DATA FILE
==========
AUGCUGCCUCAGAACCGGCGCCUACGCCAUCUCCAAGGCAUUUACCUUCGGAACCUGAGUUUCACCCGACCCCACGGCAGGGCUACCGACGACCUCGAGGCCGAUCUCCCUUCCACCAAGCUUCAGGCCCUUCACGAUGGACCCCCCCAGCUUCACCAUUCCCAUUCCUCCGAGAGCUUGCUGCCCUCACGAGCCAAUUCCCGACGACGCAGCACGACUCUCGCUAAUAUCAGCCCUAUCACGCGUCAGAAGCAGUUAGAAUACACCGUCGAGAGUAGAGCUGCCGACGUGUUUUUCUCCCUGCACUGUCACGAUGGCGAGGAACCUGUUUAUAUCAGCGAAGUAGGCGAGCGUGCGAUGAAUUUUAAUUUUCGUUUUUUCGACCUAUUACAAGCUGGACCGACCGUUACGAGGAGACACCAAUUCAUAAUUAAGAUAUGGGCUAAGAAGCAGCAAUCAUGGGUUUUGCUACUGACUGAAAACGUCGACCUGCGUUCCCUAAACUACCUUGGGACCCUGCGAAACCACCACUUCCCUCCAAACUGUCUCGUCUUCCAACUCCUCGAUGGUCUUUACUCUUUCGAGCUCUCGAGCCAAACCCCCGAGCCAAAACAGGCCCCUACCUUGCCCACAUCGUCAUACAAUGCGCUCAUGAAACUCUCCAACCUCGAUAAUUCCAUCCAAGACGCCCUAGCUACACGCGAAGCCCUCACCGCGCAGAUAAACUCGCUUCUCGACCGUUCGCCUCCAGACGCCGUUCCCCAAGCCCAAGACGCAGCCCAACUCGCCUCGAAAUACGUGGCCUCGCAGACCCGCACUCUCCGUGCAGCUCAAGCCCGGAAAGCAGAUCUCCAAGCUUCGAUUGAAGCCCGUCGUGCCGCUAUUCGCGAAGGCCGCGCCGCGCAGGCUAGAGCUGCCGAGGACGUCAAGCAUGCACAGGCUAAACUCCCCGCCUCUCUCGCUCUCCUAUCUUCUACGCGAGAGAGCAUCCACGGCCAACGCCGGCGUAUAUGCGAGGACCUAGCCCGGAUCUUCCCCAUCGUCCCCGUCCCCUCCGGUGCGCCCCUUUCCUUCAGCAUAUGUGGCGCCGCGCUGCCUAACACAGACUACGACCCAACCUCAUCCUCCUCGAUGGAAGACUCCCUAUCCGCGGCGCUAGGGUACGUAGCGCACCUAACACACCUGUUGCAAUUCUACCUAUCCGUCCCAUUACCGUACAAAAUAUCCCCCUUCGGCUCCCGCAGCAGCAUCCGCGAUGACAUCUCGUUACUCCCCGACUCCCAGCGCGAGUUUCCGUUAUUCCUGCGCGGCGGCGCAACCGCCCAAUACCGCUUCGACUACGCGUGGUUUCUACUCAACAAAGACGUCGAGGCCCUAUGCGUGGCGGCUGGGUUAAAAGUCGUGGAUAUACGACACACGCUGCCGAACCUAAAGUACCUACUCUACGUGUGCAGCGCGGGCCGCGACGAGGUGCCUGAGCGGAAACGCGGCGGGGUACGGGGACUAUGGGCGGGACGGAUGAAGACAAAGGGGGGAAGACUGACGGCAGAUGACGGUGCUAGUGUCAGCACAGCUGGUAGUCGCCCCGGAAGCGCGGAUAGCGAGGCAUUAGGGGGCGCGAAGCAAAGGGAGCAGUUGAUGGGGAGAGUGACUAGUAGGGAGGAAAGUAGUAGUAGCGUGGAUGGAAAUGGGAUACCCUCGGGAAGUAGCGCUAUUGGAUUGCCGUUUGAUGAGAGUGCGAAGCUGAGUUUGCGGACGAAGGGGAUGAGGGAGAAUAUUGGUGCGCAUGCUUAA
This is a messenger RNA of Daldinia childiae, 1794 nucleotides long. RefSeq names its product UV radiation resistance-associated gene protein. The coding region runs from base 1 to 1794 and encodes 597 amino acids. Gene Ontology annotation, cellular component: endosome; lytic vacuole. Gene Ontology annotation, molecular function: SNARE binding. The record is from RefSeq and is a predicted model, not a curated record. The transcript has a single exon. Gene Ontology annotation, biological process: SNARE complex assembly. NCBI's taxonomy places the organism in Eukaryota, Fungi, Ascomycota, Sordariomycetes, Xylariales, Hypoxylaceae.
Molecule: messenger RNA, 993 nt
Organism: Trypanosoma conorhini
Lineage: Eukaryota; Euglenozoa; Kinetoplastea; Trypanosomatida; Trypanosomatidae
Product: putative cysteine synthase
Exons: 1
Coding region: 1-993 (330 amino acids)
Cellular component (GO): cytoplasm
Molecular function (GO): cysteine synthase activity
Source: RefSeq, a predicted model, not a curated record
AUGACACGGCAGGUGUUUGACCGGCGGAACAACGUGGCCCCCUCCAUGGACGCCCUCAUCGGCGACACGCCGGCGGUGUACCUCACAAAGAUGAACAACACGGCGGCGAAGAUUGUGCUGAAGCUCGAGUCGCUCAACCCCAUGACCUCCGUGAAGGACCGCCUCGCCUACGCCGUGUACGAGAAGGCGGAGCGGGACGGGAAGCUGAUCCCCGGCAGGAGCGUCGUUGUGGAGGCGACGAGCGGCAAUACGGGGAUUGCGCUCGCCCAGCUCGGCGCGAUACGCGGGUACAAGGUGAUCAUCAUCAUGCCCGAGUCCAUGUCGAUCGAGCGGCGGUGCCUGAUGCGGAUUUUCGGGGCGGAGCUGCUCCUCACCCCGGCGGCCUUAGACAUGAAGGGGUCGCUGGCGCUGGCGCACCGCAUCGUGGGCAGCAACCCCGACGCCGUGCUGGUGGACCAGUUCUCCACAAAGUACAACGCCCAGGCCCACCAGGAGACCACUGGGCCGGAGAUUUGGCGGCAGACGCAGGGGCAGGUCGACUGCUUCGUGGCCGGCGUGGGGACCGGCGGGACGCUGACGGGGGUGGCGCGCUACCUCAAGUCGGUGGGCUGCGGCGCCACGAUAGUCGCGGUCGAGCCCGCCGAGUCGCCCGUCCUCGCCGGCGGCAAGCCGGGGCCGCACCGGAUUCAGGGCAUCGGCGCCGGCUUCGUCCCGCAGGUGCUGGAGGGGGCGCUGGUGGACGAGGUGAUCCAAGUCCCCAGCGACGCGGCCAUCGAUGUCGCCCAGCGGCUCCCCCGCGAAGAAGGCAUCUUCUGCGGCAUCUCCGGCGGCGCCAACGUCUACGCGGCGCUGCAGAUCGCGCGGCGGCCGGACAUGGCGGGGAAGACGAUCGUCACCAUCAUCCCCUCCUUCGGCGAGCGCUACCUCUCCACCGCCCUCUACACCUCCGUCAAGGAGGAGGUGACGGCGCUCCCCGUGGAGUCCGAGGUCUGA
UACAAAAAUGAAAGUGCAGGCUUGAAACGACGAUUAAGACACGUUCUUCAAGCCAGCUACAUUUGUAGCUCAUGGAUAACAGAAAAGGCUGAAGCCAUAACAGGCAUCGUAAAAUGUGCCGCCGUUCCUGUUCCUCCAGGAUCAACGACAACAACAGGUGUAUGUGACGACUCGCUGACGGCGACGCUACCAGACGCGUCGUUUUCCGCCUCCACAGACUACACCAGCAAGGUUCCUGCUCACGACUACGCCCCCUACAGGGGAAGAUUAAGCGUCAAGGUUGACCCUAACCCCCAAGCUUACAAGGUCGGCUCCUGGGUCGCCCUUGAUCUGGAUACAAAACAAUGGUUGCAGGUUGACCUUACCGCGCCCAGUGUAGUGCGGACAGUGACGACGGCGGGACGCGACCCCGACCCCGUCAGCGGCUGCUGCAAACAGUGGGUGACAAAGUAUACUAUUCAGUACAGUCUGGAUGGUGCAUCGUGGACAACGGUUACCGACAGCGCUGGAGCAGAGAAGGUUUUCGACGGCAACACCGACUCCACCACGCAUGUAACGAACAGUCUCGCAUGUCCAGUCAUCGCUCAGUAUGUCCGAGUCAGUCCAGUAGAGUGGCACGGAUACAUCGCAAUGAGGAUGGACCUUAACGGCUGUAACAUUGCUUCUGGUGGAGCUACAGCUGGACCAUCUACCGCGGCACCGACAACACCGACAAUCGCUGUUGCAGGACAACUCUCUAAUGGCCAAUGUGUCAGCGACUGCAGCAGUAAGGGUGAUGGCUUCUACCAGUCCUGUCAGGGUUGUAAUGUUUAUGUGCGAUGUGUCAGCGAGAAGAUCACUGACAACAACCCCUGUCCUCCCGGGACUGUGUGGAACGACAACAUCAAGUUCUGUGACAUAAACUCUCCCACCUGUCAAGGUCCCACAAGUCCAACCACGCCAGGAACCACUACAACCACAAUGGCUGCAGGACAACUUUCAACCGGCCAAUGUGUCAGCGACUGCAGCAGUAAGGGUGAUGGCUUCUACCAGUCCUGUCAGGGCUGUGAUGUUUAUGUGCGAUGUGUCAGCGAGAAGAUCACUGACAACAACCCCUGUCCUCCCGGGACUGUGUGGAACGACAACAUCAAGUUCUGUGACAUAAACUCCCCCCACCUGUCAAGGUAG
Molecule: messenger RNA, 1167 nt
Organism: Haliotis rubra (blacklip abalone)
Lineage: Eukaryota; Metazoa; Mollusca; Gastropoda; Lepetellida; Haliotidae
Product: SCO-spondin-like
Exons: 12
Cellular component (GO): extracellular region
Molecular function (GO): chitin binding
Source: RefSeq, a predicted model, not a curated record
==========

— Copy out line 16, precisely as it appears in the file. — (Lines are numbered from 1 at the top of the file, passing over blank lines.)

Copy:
Lineage: Eukaryota; Metazoa; Mollusca; Gastropoda; Lepetellida; Haliotidae